Publishers Face Prison For Editing Articles from Iran, Iraq, Sudan, Libya or Cuba .
Feb 27th, 2004 by Ken Hagler

Publishers Face Prison For Editing Articles from Iran, Iraq, Sudan, Libya or Cuba. The U.S. Treasury Department's Office of Foreign Assets Control recently declared that American publishers cannot edit works authored in nations under trade embargoes which include Iran, Iraq, Sudan, Libya and Cuba.

Although publishing the articles is legal, editing is a "service" and the treasury department says it is illegal to perform services for embargoed nations. It can be punishable by fines of up to a half-million dollars or jail terms as long as 10 years. (link)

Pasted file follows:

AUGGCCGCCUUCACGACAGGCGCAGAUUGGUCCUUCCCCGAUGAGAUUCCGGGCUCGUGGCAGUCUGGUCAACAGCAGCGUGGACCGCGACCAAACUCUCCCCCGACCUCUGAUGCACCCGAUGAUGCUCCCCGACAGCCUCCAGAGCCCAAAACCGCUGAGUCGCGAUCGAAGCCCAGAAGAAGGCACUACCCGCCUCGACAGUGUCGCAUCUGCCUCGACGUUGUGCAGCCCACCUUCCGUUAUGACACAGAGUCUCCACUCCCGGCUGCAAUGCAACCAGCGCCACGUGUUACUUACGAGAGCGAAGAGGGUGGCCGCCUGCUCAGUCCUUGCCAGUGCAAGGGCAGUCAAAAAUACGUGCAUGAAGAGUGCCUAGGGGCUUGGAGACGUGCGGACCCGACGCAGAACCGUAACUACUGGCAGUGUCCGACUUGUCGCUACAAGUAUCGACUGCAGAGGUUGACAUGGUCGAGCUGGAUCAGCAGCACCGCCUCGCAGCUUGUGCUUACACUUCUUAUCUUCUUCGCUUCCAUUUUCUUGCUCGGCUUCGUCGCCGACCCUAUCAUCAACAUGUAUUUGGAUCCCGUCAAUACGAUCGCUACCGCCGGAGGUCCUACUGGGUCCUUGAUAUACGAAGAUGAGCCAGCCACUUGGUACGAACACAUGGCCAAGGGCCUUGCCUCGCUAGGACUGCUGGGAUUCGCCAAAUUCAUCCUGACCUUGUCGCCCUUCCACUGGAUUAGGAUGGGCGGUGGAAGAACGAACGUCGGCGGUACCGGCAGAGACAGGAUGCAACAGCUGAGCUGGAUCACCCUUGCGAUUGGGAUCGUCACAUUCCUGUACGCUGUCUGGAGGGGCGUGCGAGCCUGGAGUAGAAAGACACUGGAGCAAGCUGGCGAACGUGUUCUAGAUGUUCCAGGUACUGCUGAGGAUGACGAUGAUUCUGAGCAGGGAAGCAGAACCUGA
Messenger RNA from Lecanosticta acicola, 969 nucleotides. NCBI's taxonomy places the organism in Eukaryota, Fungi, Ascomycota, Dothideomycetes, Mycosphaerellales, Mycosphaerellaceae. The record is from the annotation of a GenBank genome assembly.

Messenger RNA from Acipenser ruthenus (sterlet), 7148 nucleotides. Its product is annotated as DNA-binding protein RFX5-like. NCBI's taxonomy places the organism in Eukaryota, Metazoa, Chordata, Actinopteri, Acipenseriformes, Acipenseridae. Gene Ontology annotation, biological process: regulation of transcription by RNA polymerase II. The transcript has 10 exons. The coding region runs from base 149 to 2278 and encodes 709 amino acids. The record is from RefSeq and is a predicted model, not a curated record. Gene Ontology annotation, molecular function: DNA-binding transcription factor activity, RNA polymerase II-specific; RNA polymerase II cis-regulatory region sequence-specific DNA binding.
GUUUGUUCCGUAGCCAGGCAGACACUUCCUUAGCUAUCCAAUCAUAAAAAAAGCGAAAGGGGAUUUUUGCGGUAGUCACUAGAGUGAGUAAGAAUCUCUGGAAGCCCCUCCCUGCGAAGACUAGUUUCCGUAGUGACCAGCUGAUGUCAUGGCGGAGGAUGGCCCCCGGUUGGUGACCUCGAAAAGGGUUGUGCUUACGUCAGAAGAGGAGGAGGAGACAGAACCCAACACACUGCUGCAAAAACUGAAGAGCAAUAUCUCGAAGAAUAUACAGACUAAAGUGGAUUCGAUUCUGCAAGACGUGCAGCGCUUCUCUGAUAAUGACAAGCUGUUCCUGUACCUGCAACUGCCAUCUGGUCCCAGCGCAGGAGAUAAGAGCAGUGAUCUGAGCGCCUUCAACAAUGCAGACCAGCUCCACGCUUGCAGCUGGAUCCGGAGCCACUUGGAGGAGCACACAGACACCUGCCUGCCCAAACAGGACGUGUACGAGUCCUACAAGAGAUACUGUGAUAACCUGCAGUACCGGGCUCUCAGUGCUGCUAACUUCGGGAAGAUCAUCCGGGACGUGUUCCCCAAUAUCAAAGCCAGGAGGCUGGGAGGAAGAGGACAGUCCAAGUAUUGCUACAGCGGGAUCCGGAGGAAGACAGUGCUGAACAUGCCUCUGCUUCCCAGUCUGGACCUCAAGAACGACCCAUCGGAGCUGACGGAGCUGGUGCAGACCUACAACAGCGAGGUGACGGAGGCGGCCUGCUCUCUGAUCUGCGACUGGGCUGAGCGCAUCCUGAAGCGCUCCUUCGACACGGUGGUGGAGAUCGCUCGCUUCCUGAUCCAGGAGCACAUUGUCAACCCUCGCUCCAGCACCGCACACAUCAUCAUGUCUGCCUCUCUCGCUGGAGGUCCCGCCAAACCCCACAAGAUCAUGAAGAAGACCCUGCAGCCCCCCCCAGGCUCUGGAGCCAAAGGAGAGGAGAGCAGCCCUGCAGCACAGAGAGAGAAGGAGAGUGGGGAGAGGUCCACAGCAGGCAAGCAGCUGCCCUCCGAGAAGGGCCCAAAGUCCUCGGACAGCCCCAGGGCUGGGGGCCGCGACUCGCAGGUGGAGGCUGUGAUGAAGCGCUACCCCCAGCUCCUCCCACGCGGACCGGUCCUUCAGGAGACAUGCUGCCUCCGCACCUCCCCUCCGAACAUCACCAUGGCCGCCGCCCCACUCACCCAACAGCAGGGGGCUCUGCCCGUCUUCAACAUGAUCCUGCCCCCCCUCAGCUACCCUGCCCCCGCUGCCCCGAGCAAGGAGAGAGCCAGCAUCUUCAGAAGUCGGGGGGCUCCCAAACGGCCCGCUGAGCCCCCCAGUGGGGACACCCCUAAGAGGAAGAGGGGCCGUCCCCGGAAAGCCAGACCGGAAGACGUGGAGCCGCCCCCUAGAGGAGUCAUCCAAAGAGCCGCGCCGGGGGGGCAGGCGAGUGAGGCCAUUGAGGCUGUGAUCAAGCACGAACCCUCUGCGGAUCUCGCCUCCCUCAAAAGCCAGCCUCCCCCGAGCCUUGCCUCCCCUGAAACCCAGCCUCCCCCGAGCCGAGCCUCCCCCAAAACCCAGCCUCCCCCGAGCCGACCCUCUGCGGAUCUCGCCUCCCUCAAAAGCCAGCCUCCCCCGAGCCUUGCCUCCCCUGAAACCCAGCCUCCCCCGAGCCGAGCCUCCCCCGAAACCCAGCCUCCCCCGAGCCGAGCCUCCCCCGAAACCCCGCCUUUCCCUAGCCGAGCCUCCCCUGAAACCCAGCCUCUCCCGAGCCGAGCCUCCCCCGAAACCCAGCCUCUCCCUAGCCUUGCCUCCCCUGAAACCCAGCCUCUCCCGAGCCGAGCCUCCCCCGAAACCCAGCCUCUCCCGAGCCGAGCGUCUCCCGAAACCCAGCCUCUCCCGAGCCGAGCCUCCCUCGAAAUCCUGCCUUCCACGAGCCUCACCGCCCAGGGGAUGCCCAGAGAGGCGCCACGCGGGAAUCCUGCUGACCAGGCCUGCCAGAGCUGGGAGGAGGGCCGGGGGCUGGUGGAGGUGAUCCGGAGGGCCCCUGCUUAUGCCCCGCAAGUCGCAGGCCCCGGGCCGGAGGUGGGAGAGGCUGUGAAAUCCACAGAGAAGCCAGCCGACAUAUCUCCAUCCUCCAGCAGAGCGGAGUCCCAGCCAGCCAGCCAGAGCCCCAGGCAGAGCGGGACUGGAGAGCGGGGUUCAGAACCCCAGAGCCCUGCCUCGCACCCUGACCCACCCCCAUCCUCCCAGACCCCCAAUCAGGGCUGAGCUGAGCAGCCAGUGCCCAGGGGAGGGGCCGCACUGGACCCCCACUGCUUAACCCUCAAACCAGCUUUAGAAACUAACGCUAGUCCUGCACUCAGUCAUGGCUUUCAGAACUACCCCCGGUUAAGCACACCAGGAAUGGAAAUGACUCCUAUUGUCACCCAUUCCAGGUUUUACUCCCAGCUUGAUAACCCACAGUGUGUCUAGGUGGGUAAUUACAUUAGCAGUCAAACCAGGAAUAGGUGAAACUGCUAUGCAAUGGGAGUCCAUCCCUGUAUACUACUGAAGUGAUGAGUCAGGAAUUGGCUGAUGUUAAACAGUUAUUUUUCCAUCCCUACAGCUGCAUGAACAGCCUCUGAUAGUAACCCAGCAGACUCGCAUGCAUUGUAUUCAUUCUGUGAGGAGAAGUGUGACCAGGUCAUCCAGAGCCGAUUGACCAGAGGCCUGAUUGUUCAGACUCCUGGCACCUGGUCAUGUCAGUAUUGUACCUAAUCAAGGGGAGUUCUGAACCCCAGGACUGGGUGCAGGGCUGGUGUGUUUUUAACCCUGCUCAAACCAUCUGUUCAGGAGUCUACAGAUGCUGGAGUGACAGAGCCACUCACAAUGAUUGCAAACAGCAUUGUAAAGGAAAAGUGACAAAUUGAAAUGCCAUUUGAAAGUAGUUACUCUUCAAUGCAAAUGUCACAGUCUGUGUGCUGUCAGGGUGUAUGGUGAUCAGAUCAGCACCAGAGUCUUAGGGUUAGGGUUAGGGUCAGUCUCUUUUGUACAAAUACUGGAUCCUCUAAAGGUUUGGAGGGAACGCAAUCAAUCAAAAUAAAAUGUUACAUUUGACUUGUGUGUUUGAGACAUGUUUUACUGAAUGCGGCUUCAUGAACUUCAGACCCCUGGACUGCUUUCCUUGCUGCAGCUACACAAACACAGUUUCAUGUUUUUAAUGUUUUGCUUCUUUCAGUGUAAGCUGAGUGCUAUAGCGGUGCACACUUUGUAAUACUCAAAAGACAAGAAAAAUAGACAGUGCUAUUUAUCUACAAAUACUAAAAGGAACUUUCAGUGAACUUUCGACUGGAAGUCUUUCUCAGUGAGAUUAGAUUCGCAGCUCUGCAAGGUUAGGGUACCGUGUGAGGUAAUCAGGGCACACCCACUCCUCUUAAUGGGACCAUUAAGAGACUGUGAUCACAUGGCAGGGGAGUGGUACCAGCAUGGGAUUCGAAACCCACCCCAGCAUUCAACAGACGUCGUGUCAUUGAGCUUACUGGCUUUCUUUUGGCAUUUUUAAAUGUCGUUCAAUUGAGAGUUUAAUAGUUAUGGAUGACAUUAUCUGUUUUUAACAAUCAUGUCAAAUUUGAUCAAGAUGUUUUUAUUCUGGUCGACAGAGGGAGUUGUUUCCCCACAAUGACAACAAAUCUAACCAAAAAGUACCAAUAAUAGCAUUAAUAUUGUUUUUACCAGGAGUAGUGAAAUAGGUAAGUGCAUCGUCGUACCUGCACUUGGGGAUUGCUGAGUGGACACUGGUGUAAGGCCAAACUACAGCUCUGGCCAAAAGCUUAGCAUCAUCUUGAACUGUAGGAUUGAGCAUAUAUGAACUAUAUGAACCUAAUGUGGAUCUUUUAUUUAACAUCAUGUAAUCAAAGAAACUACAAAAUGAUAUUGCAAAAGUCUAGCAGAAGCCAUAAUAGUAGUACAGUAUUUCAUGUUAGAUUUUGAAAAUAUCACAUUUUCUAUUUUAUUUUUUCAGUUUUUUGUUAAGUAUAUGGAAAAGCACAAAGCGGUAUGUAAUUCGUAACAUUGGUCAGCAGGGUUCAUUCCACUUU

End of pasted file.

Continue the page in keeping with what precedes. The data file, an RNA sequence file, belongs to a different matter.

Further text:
So rendering any kind of service to citizens of certain countries (and that's what we're talking about here, not their governments) is now a crime. Laa hawla wa laa quwwata illa billah. What is the world coming to? Kudos to the American Chemical Society and every other group that is standing up against this abhorrent rule. [Al-Muhajabah's Islamic Blogs]

In other words, anyone in the Department of Defense who edits a report sent by soldiers or colonial bureaucrats in Iraq maybe be imprisoned for up to 10 years because the works are authored in a nation under trade embargo. But of course laws don't apply to the government, so I won't hold my breath waiting for it to happen.

Give Me A Break, and Another Break, and Another .
Feb 26th, 2004 by Ken Hagler